The most recent seven-day coronavirus data report, which includes data collected from Sept. 11 — 17, puts Bedford County’s testing positivity at 5.3%, up from 3.6% the week before, according to the Pennsylvania Department of Health website. With that, comes a spot on Gov. Tom Wolf’s coronavirus watch list. So what exactly does that mean?
Not a whole lot, said Nate Wardle, press secretary for the state Department of Health. Particularly for Bedford, which has not spent a lot of time above that 5% testing positivity threshold, this is not a cause for concern, he said.
“What really becomes concerning is those counties that are on the list for a few weeks in a row,” Wardle said.
But, he said it means that the PA Department of Health is paying more attention to the numbers in Bedford County and how they progress moving forward.
“It’s nothing to worry about in that aspect,” Wardle said. “But it means it’s a county we’re looking at.”
As of Thursday, Bedford County has reported 235 total cases of the coronavirus, which ranks 23rd out of 67 counties in terms of lowest total reported COVID-19 cases.
Dr. David Burwell, chief quality officer for UPMC Altoona, Bedford, Somerset and Western Maryland, said that relatively low total could contribute to the increase in percentage of positive test results.
“It’s really quite a small number overall,” Burwell said. “If you’re dealing with smaller numbers, percentages might increase more significantly.”
As for what the numbers could mean for schools, Wardle said the above-5% testing positivity rate puts Bedford in the “moderate level of community transmission.” The Department of Health recommends schools in the “moderate” level to use a blended or fully remote institutional model, which most Bedford County school have already implemented.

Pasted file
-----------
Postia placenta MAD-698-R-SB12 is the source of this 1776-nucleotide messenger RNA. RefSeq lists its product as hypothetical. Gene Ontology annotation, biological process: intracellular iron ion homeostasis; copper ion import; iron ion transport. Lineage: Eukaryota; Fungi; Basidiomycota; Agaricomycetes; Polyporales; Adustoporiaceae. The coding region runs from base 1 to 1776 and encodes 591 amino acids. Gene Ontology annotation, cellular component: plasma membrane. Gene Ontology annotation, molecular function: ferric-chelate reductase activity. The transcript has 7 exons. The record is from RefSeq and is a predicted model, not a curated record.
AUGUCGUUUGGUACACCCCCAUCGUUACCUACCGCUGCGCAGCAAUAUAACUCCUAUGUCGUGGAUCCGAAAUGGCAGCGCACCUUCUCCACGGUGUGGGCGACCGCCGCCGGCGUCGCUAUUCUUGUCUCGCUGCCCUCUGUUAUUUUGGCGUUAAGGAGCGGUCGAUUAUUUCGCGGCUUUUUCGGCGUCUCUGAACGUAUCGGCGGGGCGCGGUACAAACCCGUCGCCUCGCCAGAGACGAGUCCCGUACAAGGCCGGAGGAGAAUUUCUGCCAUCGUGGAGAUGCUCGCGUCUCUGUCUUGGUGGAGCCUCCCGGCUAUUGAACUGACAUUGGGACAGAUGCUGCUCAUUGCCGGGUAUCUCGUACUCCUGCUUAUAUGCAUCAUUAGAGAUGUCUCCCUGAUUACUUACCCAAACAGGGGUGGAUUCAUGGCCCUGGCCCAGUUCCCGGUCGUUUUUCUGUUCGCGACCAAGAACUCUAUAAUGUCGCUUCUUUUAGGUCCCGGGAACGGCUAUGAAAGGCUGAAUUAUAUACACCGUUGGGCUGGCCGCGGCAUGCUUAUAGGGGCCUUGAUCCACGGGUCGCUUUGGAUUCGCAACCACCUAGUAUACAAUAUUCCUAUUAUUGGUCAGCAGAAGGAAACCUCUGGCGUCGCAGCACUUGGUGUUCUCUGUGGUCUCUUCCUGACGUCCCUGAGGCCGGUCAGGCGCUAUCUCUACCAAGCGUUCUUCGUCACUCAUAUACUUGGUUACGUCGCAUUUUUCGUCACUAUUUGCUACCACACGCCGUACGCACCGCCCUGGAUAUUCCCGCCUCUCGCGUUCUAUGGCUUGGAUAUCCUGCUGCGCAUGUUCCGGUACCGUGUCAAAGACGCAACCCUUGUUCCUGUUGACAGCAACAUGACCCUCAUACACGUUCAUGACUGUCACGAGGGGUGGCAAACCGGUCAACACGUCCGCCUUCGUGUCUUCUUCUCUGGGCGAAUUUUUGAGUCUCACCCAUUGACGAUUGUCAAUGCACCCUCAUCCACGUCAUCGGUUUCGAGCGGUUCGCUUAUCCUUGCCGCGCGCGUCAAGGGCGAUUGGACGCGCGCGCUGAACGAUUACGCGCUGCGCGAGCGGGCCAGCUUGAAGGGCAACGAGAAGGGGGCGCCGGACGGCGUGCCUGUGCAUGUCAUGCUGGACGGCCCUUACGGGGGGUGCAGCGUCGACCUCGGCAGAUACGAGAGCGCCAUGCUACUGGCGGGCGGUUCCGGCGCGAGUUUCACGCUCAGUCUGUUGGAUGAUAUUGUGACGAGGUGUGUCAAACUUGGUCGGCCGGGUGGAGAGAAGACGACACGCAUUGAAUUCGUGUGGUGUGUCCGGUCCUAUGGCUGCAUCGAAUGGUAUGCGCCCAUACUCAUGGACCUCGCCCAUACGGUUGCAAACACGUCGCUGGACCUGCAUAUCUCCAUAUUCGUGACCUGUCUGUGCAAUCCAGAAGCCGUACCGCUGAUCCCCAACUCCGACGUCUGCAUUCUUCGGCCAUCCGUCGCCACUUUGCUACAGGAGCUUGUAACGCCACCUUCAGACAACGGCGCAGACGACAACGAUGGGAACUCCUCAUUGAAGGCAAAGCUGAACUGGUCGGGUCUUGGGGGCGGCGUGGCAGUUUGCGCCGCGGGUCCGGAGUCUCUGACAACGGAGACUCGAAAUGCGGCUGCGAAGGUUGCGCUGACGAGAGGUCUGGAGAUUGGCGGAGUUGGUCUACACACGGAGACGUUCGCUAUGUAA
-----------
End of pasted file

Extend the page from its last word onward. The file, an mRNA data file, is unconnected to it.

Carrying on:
The Department of Health recommends schools in counties with a 10% testing positivity rate or higher to implement a fully remote model.
Although Wardle said the testing positivity rate in Bedford is not a cause for concern right now, he stressed the importance of staying up to date with the numbers and continuing to do your part in mitigating the spread of the coronavirus.
“There needs to be awareness that the virus is not gone,” he said. “If we want to keep our kids in school, people need to be aware.”
MORE TESTING IN
On Wednesday, UPMC Bedford opened its new coronavirus collection site, giving people in Bedford County a more convenient way to get tested for COVID-19. The new collection site saw 13 patients on Wednesday and has another 13 scheduled for Thursday and 7 on Friday. This increase of testing in Bedford County could mean a few different things in terms of the numbers, Wardle said.
“It may mean they incidence rate goes up, but percent positivity could go down,” Wardle said. In other words, the total number of positive test results may go up in Bedford County, but the percentage of tests that come back positive might go down.
But Wardle and Burwell both made it clear that more testing is always a positive and gives a more accurate picture of the coronavirus in society.
“From our standpoint it’s all positive,” Wardle said. “Any time you have more testing, it’s a positive. The more testing that occurs, the more we can tell how serious this virus is.”
“By increasing the availability of testing, we believe we’ll have a better picture of the severity of the virus in the community,” Burwell said, echoing Wardle’s emphasis on continuing mitigation efforts.
“Our main focus is to care for our patients and our community,” Burwell added.
With the upcoming flu season, Burwell and Wardle both emphasized the importance of wearing a mask and adhering to proper hygiene and keeping up to date with the coronavirus data.
“(The percent positivity rate) is nothing alarming, but something to be aware of,” Wardle said. “As we go towards fall, it’s important for people to know what’s going on.”
“During this pandemic, we know the influenza and this virus will be in our community at the same time,” Burwell said. “We highly recommend people get their flu shot.”